Also, to the other guys, I know that you don't put any merit into God's Word. But time and again it has been proven true. Look at Ninevah. It was said that it never existed for YEARS. But it was discovered, and now it is a historical fact.
This post was meant for those that agree with the Bible as opposed to the WT.
Time and again it has also been proved false.
You can agree with the bible and still admit that sometimes God's "prophets" were simply talking out their ass. Jesus himself could be said to be guilty of such things, since his promises to his disciples as they sat on the Mount never came true, and has resulted in subsequent "generations" believing he was talking about THEIR generation, not THIS generation.
I thought this way when I was leaving, too. Surely their failed "predictions" were evidence of God's disfavor with them, evidence of them being false "prophets". But in this case it seems their argument is sound, biblically speaking.
We simply accept Jonah and Ezekiel and Jesus as "prophets" because they have the good fortune of appearing in the good book, and thus their inadequacies can be glossed over as the WTS does with Ezekiel's failed prophecy, saying "we can simply be confident that this happened, even though there is no evidence of it". Well, if we accept that line of reasoning then we must also accept their line of reasoning on 587 v. 607. Whether we do or not will depend on our biases.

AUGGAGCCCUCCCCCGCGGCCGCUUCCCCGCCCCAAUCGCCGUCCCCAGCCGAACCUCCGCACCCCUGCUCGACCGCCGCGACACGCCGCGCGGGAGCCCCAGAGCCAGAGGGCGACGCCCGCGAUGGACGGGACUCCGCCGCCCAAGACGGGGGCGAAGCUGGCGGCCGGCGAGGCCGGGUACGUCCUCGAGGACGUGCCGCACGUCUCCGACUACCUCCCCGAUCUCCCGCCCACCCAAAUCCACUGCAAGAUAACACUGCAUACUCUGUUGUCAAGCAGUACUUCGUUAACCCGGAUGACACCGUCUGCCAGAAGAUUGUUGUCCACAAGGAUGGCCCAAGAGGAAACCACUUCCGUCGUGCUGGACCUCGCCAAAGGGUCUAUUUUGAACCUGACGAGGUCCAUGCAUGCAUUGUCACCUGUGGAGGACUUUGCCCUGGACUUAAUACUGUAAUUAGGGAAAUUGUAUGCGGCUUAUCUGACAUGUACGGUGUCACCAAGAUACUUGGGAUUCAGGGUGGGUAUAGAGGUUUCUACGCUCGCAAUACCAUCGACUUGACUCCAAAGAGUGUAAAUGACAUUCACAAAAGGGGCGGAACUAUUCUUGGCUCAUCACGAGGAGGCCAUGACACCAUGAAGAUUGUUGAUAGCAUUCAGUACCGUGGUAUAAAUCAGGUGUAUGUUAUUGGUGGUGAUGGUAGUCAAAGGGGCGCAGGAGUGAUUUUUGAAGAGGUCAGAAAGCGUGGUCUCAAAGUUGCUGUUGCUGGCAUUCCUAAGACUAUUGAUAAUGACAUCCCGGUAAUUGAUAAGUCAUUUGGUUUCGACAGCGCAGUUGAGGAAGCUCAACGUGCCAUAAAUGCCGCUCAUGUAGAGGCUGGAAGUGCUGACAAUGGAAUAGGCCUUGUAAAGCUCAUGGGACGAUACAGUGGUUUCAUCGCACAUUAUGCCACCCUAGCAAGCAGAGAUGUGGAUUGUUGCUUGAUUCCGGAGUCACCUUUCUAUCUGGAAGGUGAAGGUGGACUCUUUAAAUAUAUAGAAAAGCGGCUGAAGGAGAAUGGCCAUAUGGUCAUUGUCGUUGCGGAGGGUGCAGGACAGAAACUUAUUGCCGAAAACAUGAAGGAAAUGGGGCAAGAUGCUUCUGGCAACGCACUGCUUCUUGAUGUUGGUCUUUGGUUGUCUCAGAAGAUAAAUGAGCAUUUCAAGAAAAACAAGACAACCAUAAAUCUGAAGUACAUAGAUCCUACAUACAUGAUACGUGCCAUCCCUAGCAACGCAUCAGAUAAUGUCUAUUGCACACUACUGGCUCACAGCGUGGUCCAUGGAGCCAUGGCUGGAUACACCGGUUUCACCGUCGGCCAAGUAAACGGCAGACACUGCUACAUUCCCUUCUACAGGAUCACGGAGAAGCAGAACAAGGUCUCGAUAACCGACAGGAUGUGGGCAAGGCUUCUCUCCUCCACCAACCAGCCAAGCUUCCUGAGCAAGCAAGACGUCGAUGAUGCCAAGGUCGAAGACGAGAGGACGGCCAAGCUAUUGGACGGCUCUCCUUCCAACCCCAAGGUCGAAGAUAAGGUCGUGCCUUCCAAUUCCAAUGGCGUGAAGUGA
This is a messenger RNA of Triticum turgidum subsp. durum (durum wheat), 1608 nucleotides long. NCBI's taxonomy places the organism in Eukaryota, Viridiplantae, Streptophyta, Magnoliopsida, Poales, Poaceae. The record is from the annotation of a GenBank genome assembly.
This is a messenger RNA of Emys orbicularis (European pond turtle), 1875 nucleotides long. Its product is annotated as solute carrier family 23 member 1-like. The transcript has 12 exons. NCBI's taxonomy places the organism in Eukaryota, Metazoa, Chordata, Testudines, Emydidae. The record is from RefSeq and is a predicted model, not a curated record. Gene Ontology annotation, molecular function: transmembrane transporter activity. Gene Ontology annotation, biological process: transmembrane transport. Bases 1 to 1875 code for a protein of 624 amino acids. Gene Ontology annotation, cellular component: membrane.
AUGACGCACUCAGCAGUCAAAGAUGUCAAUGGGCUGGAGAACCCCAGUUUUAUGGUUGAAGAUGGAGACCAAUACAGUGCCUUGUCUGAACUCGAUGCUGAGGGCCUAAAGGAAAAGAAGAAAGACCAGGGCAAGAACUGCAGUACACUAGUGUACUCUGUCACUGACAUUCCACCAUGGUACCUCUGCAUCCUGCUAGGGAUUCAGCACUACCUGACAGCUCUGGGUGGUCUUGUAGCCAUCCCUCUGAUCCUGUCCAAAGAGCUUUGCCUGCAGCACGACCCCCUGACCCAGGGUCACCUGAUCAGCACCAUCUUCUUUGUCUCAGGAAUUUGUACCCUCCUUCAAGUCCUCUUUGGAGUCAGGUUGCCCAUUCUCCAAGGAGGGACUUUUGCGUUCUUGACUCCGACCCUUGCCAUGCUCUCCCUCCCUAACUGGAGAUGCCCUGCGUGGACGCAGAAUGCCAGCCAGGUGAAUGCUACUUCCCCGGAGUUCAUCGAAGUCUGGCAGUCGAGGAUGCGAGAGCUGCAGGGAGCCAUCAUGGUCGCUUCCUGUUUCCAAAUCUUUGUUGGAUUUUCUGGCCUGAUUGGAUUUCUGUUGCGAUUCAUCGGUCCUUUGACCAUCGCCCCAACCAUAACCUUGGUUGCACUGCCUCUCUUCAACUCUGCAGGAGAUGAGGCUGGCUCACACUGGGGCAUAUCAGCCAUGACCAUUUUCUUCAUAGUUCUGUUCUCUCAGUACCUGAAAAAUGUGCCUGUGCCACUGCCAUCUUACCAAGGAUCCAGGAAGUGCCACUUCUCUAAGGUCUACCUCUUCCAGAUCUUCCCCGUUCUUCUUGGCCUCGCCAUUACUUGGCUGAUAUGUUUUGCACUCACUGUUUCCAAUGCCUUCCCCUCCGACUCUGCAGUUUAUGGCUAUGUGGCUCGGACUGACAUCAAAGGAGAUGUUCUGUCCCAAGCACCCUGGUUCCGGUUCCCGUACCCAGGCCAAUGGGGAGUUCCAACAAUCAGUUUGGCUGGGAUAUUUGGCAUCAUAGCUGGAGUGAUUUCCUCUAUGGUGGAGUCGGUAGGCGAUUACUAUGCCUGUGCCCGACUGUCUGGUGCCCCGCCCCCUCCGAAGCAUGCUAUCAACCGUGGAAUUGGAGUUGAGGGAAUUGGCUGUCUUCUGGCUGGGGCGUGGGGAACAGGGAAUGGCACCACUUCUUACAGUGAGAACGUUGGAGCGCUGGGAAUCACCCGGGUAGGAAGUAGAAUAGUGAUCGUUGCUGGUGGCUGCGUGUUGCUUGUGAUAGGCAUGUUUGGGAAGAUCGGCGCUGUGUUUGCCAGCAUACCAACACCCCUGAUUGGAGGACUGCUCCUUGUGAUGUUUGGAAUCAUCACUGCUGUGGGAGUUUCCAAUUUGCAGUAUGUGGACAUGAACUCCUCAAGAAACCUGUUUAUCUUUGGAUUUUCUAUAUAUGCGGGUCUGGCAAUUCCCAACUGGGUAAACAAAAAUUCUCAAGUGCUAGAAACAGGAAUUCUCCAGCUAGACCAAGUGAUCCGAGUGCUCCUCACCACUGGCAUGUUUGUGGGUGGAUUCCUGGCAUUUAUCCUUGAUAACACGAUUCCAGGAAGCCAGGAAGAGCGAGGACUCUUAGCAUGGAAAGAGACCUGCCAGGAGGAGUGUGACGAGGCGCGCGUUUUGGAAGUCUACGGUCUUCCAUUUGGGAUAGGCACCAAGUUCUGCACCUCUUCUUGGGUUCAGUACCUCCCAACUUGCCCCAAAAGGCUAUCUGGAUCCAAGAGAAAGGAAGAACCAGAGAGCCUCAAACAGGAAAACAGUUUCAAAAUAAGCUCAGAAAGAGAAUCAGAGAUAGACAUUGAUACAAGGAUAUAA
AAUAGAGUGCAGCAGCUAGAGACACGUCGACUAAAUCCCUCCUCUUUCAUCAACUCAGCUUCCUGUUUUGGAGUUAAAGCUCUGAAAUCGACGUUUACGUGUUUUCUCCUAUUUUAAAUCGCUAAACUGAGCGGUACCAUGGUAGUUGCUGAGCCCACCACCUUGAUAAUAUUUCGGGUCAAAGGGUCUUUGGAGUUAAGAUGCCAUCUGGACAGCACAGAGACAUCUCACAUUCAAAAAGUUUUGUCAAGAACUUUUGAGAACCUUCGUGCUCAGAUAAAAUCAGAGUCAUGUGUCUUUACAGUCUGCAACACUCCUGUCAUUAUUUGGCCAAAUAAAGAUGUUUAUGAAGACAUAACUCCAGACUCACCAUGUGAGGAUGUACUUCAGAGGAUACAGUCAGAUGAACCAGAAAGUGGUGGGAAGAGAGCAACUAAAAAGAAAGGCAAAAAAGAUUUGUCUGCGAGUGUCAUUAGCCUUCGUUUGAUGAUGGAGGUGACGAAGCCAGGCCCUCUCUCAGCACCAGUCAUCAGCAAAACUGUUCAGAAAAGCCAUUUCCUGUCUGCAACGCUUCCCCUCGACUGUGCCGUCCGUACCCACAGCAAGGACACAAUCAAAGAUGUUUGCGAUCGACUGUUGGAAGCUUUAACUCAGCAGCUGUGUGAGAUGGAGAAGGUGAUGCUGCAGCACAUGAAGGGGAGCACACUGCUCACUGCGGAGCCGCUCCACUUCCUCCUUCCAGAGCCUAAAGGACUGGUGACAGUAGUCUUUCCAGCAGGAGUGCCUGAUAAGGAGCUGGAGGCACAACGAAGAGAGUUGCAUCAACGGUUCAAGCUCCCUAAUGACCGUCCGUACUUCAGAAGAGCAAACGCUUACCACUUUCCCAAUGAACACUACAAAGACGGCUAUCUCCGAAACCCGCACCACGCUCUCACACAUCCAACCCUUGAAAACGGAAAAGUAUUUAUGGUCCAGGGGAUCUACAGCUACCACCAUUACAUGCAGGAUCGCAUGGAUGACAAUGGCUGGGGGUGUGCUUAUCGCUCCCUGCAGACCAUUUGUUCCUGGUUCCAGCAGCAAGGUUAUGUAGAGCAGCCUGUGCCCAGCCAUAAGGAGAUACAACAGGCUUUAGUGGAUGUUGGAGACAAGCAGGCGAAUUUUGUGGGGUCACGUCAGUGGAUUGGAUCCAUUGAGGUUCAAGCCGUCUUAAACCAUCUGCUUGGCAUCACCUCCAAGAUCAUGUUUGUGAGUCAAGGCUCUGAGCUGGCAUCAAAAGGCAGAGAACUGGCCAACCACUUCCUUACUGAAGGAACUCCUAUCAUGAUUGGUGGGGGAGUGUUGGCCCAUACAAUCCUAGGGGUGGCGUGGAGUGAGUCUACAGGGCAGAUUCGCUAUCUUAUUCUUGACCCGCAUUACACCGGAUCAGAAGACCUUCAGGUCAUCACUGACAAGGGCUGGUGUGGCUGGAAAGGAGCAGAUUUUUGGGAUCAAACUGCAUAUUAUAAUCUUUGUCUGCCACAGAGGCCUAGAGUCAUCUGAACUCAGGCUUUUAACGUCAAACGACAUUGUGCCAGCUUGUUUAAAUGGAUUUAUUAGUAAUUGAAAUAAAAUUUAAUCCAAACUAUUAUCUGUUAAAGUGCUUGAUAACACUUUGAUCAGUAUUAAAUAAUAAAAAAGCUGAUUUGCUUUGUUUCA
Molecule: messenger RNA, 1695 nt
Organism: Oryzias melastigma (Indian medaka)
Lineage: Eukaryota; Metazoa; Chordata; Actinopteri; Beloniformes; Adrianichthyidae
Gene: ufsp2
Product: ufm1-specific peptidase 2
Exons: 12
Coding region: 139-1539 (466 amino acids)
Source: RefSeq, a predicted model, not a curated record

The bible is full of failed prophecies. I don't think the WTS is out of line in pointing to those as excuses as to why they should not be condemned for their failed predictions.
One prominent American religion confidently predicted that the world would end in 1914. Well, 1914 has come and gone, and -- while the events of that year were certainly of some importance -- the world does not, at least so far as I can see, seem to have ended. There are at least three responses that an organized religion can make in the face of such a failed and fundamental prophecy. They could have said, "Oh, did we say '1914'? So sorry, we meant '2014.' A slight error in calculation. Hope you weren't inconvenienced in any way." But they did not. They could have said, "Well, the world would have ended, except we prayed very hard and interceded with God so He spared the Earth." But they did not. Instead, they did something much more ingenious. They announced that the world had in fact ended in 1914, and if the rest of us hadn't noticed, that was our lookout.